Religion

The Catholic Film Alliance and a Rebirth of Religious Patronage of the Arts

A poster for Fifty Shades of Grey at the Regal Theater in Los Angeles, Calif., in 2015. (Jonathan Alcorn/Reuters)
Christians should create their own cultural touchpoints that are just as excellent as the best Hollywood has to offer.

The Hollywood “culture war,” it would seem, has been an emphatic loss for the religious Right. When a film such as Fifty Shades of Grey can flow effortlessly into the mainstream, one would be hard pressed to claim that the fight is still alive. Most religious viewers have come to expect modern movies and TV shows to embrace a distinctly godless doctrine, one that spits in the face of religious institutions and traditional family structures, preferring instead to exalt basic hedonism and the destruction of tradition. What was once a fiery debate has turned into an apathetic shrug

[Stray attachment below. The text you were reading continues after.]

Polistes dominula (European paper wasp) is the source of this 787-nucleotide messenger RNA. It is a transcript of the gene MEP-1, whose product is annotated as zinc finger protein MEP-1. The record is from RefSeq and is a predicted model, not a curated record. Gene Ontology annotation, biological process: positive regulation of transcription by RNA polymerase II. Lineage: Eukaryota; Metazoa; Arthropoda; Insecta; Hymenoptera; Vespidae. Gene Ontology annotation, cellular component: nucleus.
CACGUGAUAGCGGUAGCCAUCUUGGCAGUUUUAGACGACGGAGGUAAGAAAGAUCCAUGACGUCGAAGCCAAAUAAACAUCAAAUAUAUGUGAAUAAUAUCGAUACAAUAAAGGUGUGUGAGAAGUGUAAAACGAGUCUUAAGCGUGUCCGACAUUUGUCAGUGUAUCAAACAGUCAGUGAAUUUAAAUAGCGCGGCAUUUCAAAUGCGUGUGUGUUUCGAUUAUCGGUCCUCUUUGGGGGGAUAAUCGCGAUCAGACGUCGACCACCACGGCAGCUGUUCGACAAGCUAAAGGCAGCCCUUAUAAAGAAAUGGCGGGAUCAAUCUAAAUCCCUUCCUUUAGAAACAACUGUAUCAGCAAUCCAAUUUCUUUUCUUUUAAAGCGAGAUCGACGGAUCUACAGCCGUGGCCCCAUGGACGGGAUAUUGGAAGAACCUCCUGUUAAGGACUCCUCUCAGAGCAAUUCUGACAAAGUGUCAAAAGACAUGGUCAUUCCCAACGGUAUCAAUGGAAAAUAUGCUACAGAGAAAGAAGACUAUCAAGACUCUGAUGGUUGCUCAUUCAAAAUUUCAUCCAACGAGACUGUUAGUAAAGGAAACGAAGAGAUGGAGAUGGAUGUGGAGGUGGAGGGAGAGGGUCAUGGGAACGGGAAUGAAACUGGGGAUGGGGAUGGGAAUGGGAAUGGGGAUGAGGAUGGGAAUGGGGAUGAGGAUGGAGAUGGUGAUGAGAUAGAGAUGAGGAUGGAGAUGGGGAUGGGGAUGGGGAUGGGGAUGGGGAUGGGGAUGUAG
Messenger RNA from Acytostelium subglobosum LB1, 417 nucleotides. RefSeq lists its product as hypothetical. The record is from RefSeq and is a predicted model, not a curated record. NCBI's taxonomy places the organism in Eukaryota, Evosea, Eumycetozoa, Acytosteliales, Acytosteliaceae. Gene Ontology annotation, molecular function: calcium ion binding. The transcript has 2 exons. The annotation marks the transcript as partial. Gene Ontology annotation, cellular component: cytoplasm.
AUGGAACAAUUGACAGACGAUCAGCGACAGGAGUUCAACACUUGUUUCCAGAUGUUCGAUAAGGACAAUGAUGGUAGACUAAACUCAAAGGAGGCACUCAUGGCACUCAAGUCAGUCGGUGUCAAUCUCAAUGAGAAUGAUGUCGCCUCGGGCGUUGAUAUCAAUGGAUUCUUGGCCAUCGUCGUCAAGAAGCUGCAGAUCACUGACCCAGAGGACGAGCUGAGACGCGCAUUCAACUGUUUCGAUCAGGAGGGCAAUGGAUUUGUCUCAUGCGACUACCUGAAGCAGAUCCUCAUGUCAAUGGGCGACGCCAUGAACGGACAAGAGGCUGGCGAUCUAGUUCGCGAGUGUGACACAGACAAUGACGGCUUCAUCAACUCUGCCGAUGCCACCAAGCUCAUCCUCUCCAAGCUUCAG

Now, I am by no means advocating for the Legion of Decency to reemerge and dictate a filmmaker’s creative process (although there are certainly pros to such a scenario), but film on the whole seems to be an arena where the distinctly religious has not fared terribly well. While religious music, painting, sculpture, and architecture have expanded into the 21st century, the same cannot be said for cinema (save for a few gems, of course).